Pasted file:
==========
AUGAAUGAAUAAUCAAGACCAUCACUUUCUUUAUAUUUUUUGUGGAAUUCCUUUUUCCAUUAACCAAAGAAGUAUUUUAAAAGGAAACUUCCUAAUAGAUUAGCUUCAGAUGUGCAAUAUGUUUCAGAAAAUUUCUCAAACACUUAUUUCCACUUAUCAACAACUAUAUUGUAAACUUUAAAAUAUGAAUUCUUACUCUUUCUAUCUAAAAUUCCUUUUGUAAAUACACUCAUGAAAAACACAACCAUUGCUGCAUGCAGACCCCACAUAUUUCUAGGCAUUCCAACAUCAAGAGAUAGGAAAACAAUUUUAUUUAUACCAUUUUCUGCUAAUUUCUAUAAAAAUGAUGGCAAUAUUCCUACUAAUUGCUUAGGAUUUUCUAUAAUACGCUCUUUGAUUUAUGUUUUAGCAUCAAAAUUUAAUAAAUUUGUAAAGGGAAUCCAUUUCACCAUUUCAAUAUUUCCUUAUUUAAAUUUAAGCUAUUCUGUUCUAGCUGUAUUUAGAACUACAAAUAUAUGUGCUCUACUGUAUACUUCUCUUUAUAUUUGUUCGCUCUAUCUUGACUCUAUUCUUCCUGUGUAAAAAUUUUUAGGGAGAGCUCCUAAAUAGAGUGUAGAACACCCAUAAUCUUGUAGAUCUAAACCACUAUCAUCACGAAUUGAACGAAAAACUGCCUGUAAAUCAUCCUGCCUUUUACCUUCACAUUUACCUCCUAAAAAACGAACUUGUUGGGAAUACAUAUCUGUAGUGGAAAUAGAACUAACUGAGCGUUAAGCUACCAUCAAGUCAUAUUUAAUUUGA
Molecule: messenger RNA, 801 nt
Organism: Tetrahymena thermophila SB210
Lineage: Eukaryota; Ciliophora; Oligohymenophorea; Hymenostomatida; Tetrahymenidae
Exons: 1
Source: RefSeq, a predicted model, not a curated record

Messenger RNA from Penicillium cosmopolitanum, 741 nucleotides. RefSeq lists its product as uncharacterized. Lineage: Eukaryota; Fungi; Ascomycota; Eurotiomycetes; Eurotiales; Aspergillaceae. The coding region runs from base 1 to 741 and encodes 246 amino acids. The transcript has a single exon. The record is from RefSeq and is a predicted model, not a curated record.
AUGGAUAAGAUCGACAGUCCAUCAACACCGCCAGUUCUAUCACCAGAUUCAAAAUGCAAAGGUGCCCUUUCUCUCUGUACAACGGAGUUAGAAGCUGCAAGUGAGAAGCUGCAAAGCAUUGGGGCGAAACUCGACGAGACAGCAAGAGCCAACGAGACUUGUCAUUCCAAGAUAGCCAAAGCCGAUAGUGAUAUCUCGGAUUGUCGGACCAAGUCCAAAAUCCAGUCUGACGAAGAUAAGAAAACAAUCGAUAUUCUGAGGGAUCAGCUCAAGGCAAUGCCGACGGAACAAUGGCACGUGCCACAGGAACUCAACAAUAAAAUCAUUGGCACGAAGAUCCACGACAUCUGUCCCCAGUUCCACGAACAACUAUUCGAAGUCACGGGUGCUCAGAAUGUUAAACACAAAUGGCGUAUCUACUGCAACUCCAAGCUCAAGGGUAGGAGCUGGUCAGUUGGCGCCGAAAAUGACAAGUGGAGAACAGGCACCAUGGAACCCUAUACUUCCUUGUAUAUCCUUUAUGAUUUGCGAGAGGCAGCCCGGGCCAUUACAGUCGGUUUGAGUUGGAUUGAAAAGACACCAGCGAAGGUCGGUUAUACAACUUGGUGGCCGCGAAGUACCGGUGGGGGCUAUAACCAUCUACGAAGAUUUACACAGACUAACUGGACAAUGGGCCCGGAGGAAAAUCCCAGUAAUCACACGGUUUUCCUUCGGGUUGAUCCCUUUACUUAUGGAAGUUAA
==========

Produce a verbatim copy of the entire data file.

AUGAAUGAAUAAUCAAGACCAUCACUUUCUUUAUAUUUUUUGUGGAAUUCCUUUUUCCAUUAACCAAAGAAGUAUUUUAAAAGGAAACUUCCUAAUAGAUUAGCUUCAGAUGUGCAAUAUGUUUCAGAAAAUUUCUCAAACACUUAUUUCCACUUAUCAACAACUAUAUUGUAAACUUUAAAAUAUGAAUUCUUACUCUUUCUAUCUAAAAUUCCUUUUGUAAAUACACUCAUGAAAAACACAACCAUUGCUGCAUGCAGACCCCACAUAUUUCUAGGCAUUCCAACAUCAAGAGAUAGGAAAACAAUUUUAUUUAUACCAUUUUCUGCUAAUUUCUAUAAAAAUGAUGGCAAUAUUCCUACUAAUUGCUUAGGAUUUUCUAUAAUACGCUCUUUGAUUUAUGUUUUAGCAUCAAAAUUUAAUAAAUUUGUAAAGGGAAUCCAUUUCACCAUUUCAAUAUUUCCUUAUUUAAAUUUAAGCUAUUCUGUUCUAGCUGUAUUUAGAACUACAAAUAUAUGUGCUCUACUGUAUACUUCUCUUUAUAUUUGUUCGCUCUAUCUUGACUCUAUUCUUCCUGUGUAAAAAUUUUUAGGGAGAGCUCCUAAAUAGAGUGUAGAACACCCAUAAUCUUGUAGAUCUAAACCACUAUCAUCACGAAUUGAACGAAAAACUGCCUGUAAAUCAUCCUGCCUUUUACCUUCACAUUUACCUCCUAAAAAACGAACUUGUUGGGAAUACAUAUCUGUAGUGGAAAUAGAACUAACUGAGCGUUAAGCUACCAUCAAGUCAUAUUUAAUUUGA
Molecule: messenger RNA, 801 nt
Organism: Tetrahymena thermophila SB210
Lineage: Eukaryota; Ciliophora; Oligohymenophorea; Hymenostomatida; Tetrahymenidae
Exons: 1
Source: RefSeq, a predicted model, not a curated record

Messenger RNA from Penicillium cosmopolitanum, 741 nucleotides. RefSeq lists its product as uncharacterized. Lineage: Eukaryota; Fungi; Ascomycota; Eurotiomycetes; Eurotiales; Aspergillaceae. The coding region runs from base 1 to 741 and encodes 246 amino acids. The transcript has a single exon. The record is from RefSeq and is a predicted model, not a curated record.
AUGGAUAAGAUCGACAGUCCAUCAACACCGCCAGUUCUAUCACCAGAUUCAAAAUGCAAAGGUGCCCUUUCUCUCUGUACAACGGAGUUAGAAGCUGCAAGUGAGAAGCUGCAAAGCAUUGGGGCGAAACUCGACGAGACAGCAAGAGCCAACGAGACUUGUCAUUCCAAGAUAGCCAAAGCCGAUAGUGAUAUCUCGGAUUGUCGGACCAAGUCCAAAAUCCAGUCUGACGAAGAUAAGAAAACAAUCGAUAUUCUGAGGGAUCAGCUCAAGGCAAUGCCGACGGAACAAUGGCACGUGCCACAGGAACUCAACAAUAAAAUCAUUGGCACGAAGAUCCACGACAUCUGUCCCCAGUUCCACGAACAACUAUUCGAAGUCACGGGUGCUCAGAAUGUUAAACACAAAUGGCGUAUCUACUGCAACUCCAAGCUCAAGGGUAGGAGCUGGUCAGUUGGCGCCGAAAAUGACAAGUGGAGAACAGGCACCAUGGAACCCUAUACUUCCUUGUAUAUCCUUUAUGAUUUGCGAGAGGCAGCCCGGGCCAUUACAGUCGGUUUGAGUUGGAUUGAAAAGACACCAGCGAAGGUCGGUUAUACAACUUGGUGGCCGCGAAGUACCGGUGGGGGCUAUAACCAUCUACGAAGAUUUACACAGACUAACUGGACAAUGGGCCCGGAGGAAAAUCCCAGUAAUCACACGGUUUUCCUUCGGGUUGAUCCCUUUACUUAUGGAAGUUAA